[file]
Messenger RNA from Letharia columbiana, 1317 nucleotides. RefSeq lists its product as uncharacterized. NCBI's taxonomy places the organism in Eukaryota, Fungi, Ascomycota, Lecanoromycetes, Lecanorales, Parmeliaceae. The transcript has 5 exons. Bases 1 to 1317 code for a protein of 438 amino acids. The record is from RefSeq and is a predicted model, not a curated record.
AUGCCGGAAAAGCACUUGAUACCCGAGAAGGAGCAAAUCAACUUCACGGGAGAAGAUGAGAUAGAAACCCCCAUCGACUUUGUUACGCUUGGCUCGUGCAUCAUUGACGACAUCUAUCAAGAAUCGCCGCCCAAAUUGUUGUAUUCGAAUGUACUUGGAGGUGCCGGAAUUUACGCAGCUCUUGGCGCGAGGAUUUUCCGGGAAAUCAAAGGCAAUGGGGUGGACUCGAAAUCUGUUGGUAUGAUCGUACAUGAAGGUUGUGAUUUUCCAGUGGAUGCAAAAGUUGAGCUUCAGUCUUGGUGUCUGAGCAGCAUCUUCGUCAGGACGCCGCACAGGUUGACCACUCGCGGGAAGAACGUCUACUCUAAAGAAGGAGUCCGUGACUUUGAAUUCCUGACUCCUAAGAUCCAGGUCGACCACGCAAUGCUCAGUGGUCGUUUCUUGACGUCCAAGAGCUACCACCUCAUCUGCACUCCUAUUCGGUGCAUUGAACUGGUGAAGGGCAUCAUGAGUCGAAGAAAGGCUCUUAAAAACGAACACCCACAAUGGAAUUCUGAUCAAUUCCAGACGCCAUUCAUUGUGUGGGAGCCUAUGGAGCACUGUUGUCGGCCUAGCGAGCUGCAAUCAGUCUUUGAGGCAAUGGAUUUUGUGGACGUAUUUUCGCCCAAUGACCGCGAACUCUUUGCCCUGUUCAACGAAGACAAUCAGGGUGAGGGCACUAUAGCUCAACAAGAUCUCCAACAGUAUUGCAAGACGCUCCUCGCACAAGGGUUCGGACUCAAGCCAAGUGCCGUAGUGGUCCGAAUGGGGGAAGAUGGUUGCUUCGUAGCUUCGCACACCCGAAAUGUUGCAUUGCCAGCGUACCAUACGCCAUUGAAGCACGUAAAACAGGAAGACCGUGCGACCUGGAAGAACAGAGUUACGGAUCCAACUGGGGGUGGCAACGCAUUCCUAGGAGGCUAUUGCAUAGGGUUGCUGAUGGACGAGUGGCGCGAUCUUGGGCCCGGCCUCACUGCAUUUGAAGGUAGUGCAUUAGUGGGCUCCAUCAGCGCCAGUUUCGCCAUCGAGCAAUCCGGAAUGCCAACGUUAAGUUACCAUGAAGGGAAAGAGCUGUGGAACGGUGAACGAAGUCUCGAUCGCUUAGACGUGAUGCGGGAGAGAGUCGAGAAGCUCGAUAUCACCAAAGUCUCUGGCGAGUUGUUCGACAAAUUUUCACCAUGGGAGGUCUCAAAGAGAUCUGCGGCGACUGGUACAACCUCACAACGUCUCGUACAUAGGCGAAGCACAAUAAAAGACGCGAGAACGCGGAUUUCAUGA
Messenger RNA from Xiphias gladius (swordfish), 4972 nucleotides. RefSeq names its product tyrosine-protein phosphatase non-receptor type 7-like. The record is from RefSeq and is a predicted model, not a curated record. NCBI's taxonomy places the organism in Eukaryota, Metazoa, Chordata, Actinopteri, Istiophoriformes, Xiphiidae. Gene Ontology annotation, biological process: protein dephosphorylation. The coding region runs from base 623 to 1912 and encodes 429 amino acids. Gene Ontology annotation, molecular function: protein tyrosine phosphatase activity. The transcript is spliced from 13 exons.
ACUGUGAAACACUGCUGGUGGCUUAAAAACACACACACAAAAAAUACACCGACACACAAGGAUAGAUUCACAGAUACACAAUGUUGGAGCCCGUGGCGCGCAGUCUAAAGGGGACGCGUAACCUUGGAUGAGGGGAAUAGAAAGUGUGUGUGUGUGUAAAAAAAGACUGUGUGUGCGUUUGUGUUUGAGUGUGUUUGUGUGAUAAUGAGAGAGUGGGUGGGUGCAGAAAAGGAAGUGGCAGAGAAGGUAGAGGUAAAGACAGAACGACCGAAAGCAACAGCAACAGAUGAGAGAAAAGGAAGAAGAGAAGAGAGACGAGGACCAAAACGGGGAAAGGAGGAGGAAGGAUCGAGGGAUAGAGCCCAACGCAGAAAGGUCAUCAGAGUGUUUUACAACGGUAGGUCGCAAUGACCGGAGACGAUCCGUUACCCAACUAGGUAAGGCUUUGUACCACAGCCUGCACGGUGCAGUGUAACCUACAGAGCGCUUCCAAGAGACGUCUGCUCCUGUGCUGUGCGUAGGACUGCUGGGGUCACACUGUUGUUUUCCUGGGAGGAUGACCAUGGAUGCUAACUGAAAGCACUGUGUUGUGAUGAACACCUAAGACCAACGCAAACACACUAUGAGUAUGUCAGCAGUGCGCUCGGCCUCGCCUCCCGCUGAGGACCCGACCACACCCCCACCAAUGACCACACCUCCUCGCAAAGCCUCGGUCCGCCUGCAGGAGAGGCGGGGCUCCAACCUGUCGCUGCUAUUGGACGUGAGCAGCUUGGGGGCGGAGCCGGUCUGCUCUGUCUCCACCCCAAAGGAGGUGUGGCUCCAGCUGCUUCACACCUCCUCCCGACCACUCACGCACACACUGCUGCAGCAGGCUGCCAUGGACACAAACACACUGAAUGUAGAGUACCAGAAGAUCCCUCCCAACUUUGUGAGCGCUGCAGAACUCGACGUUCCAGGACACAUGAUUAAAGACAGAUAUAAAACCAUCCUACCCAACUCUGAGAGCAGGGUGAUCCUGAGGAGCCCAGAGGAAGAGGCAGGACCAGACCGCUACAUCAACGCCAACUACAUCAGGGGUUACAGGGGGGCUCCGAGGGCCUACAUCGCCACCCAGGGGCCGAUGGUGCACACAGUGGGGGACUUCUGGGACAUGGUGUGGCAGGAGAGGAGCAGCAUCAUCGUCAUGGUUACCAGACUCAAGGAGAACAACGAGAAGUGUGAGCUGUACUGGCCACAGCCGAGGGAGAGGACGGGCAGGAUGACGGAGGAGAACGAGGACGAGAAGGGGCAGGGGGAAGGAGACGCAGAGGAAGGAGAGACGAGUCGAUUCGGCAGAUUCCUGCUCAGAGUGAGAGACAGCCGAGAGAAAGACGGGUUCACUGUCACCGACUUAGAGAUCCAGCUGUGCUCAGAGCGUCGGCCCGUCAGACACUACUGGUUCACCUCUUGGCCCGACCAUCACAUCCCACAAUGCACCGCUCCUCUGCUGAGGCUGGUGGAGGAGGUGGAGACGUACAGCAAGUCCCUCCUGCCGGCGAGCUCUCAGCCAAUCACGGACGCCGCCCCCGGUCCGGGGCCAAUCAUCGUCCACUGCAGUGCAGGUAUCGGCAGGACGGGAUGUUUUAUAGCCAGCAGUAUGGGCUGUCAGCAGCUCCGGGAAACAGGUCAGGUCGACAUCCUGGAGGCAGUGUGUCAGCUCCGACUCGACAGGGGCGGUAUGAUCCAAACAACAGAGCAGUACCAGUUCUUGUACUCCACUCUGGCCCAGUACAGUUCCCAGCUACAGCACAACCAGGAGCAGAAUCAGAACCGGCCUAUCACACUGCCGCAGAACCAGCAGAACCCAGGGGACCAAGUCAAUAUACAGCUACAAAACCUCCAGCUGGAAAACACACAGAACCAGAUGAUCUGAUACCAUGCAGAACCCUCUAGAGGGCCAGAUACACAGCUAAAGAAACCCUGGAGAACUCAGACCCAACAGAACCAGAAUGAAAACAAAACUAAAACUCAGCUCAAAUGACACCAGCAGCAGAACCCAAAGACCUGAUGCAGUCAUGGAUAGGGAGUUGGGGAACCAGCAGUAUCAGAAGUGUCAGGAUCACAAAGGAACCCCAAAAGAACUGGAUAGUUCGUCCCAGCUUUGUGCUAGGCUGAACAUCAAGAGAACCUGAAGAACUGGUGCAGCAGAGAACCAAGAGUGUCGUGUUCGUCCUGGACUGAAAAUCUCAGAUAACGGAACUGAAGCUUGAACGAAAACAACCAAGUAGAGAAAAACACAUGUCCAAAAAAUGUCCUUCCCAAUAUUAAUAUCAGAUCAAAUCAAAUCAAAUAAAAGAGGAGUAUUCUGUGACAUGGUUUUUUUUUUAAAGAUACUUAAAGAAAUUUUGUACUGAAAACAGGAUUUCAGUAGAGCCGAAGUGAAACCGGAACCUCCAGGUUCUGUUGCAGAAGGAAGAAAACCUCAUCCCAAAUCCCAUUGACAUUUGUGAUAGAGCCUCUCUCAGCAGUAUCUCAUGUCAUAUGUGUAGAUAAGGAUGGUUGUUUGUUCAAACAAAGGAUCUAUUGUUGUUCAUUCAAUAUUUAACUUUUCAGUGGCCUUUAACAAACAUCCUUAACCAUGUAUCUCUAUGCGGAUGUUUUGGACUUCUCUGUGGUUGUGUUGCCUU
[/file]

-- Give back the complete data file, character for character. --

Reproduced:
Messenger RNA from Letharia columbiana, 1317 nucleotides. RefSeq lists its product as uncharacterized. NCBI's taxonomy places the organism in Eukaryota, Fungi, Ascomycota, Lecanoromycetes, Lecanorales, Parmeliaceae. The transcript has 5 exons. Bases 1 to 1317 code for a protein of 438 amino acids. The record is from RefSeq and is a predicted model, not a curated record.
AUGCCGGAAAAGCACUUGAUACCCGAGAAGGAGCAAAUCAACUUCACGGGAGAAGAUGAGAUAGAAACCCCCAUCGACUUUGUUACGCUUGGCUCGUGCAUCAUUGACGACAUCUAUCAAGAAUCGCCGCCCAAAUUGUUGUAUUCGAAUGUACUUGGAGGUGCCGGAAUUUACGCAGCUCUUGGCGCGAGGAUUUUCCGGGAAAUCAAAGGCAAUGGGGUGGACUCGAAAUCUGUUGGUAUGAUCGUACAUGAAGGUUGUGAUUUUCCAGUGGAUGCAAAAGUUGAGCUUCAGUCUUGGUGUCUGAGCAGCAUCUUCGUCAGGACGCCGCACAGGUUGACCACUCGCGGGAAGAACGUCUACUCUAAAGAAGGAGUCCGUGACUUUGAAUUCCUGACUCCUAAGAUCCAGGUCGACCACGCAAUGCUCAGUGGUCGUUUCUUGACGUCCAAGAGCUACCACCUCAUCUGCACUCCUAUUCGGUGCAUUGAACUGGUGAAGGGCAUCAUGAGUCGAAGAAAGGCUCUUAAAAACGAACACCCACAAUGGAAUUCUGAUCAAUUCCAGACGCCAUUCAUUGUGUGGGAGCCUAUGGAGCACUGUUGUCGGCCUAGCGAGCUGCAAUCAGUCUUUGAGGCAAUGGAUUUUGUGGACGUAUUUUCGCCCAAUGACCGCGAACUCUUUGCCCUGUUCAACGAAGACAAUCAGGGUGAGGGCACUAUAGCUCAACAAGAUCUCCAACAGUAUUGCAAGACGCUCCUCGCACAAGGGUUCGGACUCAAGCCAAGUGCCGUAGUGGUCCGAAUGGGGGAAGAUGGUUGCUUCGUAGCUUCGCACACCCGAAAUGUUGCAUUGCCAGCGUACCAUACGCCAUUGAAGCACGUAAAACAGGAAGACCGUGCGACCUGGAAGAACAGAGUUACGGAUCCAACUGGGGGUGGCAACGCAUUCCUAGGAGGCUAUUGCAUAGGGUUGCUGAUGGACGAGUGGCGCGAUCUUGGGCCCGGCCUCACUGCAUUUGAAGGUAGUGCAUUAGUGGGCUCCAUCAGCGCCAGUUUCGCCAUCGAGCAAUCCGGAAUGCCAACGUUAAGUUACCAUGAAGGGAAAGAGCUGUGGAACGGUGAACGAAGUCUCGAUCGCUUAGACGUGAUGCGGGAGAGAGUCGAGAAGCUCGAUAUCACCAAAGUCUCUGGCGAGUUGUUCGACAAAUUUUCACCAUGGGAGGUCUCAAAGAGAUCUGCGGCGACUGGUACAACCUCACAACGUCUCGUACAUAGGCGAAGCACAAUAAAAGACGCGAGAACGCGGAUUUCAUGA
Messenger RNA from Xiphias gladius (swordfish), 4972 nucleotides. RefSeq names its product tyrosine-protein phosphatase non-receptor type 7-like. The record is from RefSeq and is a predicted model, not a curated record. NCBI's taxonomy places the organism in Eukaryota, Metazoa, Chordata, Actinopteri, Istiophoriformes, Xiphiidae. Gene Ontology annotation, biological process: protein dephosphorylation. The coding region runs from base 623 to 1912 and encodes 429 amino acids. Gene Ontology annotation, molecular function: protein tyrosine phosphatase activity. The transcript is spliced from 13 exons.
ACUGUGAAACACUGCUGGUGGCUUAAAAACACACACACAAAAAAUACACCGACACACAAGGAUAGAUUCACAGAUACACAAUGUUGGAGCCCGUGGCGCGCAGUCUAAAGGGGACGCGUAACCUUGGAUGAGGGGAAUAGAAAGUGUGUGUGUGUGUAAAAAAAGACUGUGUGUGCGUUUGUGUUUGAGUGUGUUUGUGUGAUAAUGAGAGAGUGGGUGGGUGCAGAAAAGGAAGUGGCAGAGAAGGUAGAGGUAAAGACAGAACGACCGAAAGCAACAGCAACAGAUGAGAGAAAAGGAAGAAGAGAAGAGAGACGAGGACCAAAACGGGGAAAGGAGGAGGAAGGAUCGAGGGAUAGAGCCCAACGCAGAAAGGUCAUCAGAGUGUUUUACAACGGUAGGUCGCAAUGACCGGAGACGAUCCGUUACCCAACUAGGUAAGGCUUUGUACCACAGCCUGCACGGUGCAGUGUAACCUACAGAGCGCUUCCAAGAGACGUCUGCUCCUGUGCUGUGCGUAGGACUGCUGGGGUCACACUGUUGUUUUCCUGGGAGGAUGACCAUGGAUGCUAACUGAAAGCACUGUGUUGUGAUGAACACCUAAGACCAACGCAAACACACUAUGAGUAUGUCAGCAGUGCGCUCGGCCUCGCCUCCCGCUGAGGACCCGACCACACCCCCACCAAUGACCACACCUCCUCGCAAAGCCUCGGUCCGCCUGCAGGAGAGGCGGGGCUCCAACCUGUCGCUGCUAUUGGACGUGAGCAGCUUGGGGGCGGAGCCGGUCUGCUCUGUCUCCACCCCAAAGGAGGUGUGGCUCCAGCUGCUUCACACCUCCUCCCGACCACUCACGCACACACUGCUGCAGCAGGCUGCCAUGGACACAAACACACUGAAUGUAGAGUACCAGAAGAUCCCUCCCAACUUUGUGAGCGCUGCAGAACUCGACGUUCCAGGACACAUGAUUAAAGACAGAUAUAAAACCAUCCUACCCAACUCUGAGAGCAGGGUGAUCCUGAGGAGCCCAGAGGAAGAGGCAGGACCAGACCGCUACAUCAACGCCAACUACAUCAGGGGUUACAGGGGGGCUCCGAGGGCCUACAUCGCCACCCAGGGGCCGAUGGUGCACACAGUGGGGGACUUCUGGGACAUGGUGUGGCAGGAGAGGAGCAGCAUCAUCGUCAUGGUUACCAGACUCAAGGAGAACAACGAGAAGUGUGAGCUGUACUGGCCACAGCCGAGGGAGAGGACGGGCAGGAUGACGGAGGAGAACGAGGACGAGAAGGGGCAGGGGGAAGGAGACGCAGAGGAAGGAGAGACGAGUCGAUUCGGCAGAUUCCUGCUCAGAGUGAGAGACAGCCGAGAGAAAGACGGGUUCACUGUCACCGACUUAGAGAUCCAGCUGUGCUCAGAGCGUCGGCCCGUCAGACACUACUGGUUCACCUCUUGGCCCGACCAUCACAUCCCACAAUGCACCGCUCCUCUGCUGAGGCUGGUGGAGGAGGUGGAGACGUACAGCAAGUCCCUCCUGCCGGCGAGCUCUCAGCCAAUCACGGACGCCGCCCCCGGUCCGGGGCCAAUCAUCGUCCACUGCAGUGCAGGUAUCGGCAGGACGGGAUGUUUUAUAGCCAGCAGUAUGGGCUGUCAGCAGCUCCGGGAAACAGGUCAGGUCGACAUCCUGGAGGCAGUGUGUCAGCUCCGACUCGACAGGGGCGGUAUGAUCCAAACAACAGAGCAGUACCAGUUCUUGUACUCCACUCUGGCCCAGUACAGUUCCCAGCUACAGCACAACCAGGAGCAGAAUCAGAACCGGCCUAUCACACUGCCGCAGAACCAGCAGAACCCAGGGGACCAAGUCAAUAUACAGCUACAAAACCUCCAGCUGGAAAACACACAGAACCAGAUGAUCUGAUACCAUGCAGAACCCUCUAGAGGGCCAGAUACACAGCUAAAGAAACCCUGGAGAACUCAGACCCAACAGAACCAGAAUGAAAACAAAACUAAAACUCAGCUCAAAUGACACCAGCAGCAGAACCCAAAGACCUGAUGCAGUCAUGGAUAGGGAGUUGGGGAACCAGCAGUAUCAGAAGUGUCAGGAUCACAAAGGAACCCCAAAAGAACUGGAUAGUUCGUCCCAGCUUUGUGCUAGGCUGAACAUCAAGAGAACCUGAAGAACUGGUGCAGCAGAGAACCAAGAGUGUCGUGUUCGUCCUGGACUGAAAAUCUCAGAUAACGGAACUGAAGCUUGAACGAAAACAACCAAGUAGAGAAAAACACAUGUCCAAAAAAUGUCCUUCCCAAUAUUAAUAUCAGAUCAAAUCAAAUCAAAUAAAAGAGGAGUAUUCUGUGACAUGGUUUUUUUUUUAAAGAUACUUAAAGAAAUUUUGUACUGAAAACAGGAUUUCAGUAGAGCCGAAGUGAAACCGGAACCUCCAGGUUCUGUUGCAGAAGGAAGAAAACCUCAUCCCAAAUCCCAUUGACAUUUGUGAUAGAGCCUCUCUCAGCAGUAUCUCAUGUCAUAUGUGUAGAUAAGGAUGGUUGUUUGUUCAAACAAAGGAUCUAUUGUUGUUCAUUCAAUAUUUAACUUUUCAGUGGCCUUUAACAAACAUCCUUAACCAUGUAUCUCUAUGCGGAUGUUUUGGACUUCUCUGUGGUUGUGUUGCCUU